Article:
Arab League to refer Syria to the Security Council




    After the failed mission to get Syria to stop its crackdown on protesters, the Arab League chief, Nabil Elaraby said that the League would be referring Syria to the Security Council. The Arab League intends to submit a plan to the Security Council which calls for bashar al Assad to immediately step down and hand over power to his deputy, and clear the way for the formation of a unity government within two months.

    Nabil Elaraby and Qatari Prime Minister  Hammad bin Jasem al Thani would be travelling to New York on Saturday to meet with UN officials.

    An earlier Security Council resolution was torpedoed by Russian and Chinese opposition. Russia, which sees Syria as its protégé in the region, continues to supply arms and even warplanes to the country.

    The latest development took place after the observers of the Gulf Cooperation Council (GCC) started to pull out of Syria after their governments said that “they were certain that the bloodshed would continue.”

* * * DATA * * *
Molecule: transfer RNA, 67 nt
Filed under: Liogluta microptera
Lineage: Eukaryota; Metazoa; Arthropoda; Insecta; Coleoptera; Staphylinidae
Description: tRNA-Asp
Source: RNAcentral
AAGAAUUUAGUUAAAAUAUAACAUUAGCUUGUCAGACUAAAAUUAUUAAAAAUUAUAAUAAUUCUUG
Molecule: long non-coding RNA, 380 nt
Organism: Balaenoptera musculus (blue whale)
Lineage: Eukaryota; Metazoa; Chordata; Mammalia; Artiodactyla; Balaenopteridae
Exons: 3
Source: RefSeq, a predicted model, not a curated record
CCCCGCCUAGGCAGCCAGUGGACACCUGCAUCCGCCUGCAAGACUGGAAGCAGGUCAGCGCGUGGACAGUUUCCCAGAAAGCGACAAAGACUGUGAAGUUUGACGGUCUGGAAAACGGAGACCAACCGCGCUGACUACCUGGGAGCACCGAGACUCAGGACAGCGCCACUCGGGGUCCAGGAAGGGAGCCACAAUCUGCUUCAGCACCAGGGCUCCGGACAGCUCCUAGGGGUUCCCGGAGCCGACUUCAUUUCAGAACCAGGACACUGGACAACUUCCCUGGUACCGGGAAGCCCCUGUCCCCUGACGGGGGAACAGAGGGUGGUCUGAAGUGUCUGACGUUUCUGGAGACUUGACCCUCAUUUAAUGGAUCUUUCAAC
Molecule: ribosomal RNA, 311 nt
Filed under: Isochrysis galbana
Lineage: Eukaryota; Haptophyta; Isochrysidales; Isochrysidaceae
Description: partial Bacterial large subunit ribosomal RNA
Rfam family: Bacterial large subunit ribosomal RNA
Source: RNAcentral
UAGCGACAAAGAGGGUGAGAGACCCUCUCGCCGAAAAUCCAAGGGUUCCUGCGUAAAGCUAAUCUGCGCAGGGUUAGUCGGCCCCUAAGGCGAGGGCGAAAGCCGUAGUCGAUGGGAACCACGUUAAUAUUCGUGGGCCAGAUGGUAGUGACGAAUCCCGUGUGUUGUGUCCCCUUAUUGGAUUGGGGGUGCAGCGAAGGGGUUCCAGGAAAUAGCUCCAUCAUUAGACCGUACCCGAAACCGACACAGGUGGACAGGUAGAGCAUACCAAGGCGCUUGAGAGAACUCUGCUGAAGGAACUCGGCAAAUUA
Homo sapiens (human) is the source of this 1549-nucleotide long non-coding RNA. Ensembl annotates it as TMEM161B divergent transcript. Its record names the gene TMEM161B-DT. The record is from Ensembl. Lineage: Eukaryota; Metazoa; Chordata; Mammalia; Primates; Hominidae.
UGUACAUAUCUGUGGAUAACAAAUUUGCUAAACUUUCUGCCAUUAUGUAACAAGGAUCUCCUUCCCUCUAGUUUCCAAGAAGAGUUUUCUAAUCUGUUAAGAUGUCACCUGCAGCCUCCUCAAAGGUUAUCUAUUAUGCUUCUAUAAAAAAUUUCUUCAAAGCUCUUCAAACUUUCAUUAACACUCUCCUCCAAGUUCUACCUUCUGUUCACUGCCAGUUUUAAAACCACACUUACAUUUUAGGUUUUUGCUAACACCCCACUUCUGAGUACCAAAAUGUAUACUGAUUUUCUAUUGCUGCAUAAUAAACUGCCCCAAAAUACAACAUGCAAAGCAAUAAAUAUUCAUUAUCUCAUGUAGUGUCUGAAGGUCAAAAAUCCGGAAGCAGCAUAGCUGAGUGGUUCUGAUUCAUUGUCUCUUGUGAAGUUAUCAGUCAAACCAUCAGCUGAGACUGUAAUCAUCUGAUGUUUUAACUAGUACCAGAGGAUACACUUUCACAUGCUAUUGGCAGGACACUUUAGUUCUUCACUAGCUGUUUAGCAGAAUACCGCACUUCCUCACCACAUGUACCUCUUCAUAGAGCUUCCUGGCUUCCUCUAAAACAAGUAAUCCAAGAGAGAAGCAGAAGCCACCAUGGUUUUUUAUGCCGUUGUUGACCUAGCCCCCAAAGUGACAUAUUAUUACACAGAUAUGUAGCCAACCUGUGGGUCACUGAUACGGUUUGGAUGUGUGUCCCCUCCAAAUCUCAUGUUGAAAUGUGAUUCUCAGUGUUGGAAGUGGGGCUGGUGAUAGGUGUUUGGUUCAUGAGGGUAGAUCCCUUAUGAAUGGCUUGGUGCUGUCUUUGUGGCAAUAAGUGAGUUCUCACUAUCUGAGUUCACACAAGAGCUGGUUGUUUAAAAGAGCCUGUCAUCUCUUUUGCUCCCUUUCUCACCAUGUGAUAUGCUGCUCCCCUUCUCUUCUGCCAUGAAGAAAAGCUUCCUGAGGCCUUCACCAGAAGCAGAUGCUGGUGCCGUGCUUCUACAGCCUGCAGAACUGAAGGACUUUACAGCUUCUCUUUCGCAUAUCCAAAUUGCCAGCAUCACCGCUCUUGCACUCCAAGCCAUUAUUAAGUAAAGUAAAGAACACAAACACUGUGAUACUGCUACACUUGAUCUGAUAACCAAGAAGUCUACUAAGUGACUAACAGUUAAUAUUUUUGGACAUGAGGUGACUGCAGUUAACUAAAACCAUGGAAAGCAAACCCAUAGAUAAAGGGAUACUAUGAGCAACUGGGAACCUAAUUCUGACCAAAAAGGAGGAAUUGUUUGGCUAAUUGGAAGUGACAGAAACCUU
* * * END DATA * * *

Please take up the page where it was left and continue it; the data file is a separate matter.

More than 400 people have died since the Arab League observers reached the country. In a brazen disregard for international opinion Syria, which had invited the observers to verify its claims of having stopped killing protesters, continued doing so almost right before their very eyes.

    The League’s failure to halt violence, as well as its apparent unwillingness to take harsher action against Syria, has led many to sharply criticize the League’s initiative. The naming of Mohammad al Dabi, the former general who oversaw the Darfur genocide, as head of the mission did not help matters.

    Now, al Thani, the key member of the Arab League says referring Syria to the Security Council was “the only option.”

    Syrian leadership has repeatedly reacted with contempt towards the Arab League, often showing that it cared little for its good opinion, and have demonized it as being a part of a conspiracy to destabilize the Syrian government.

    The situation in Syria has taken on the aspects of a civil war, with army deserters repeatedly clashing with government forces, in an escalating series of violence. Reports of deaths have been pouring in daily, and the UN now says it has lost track of the count, which exceeds 5400.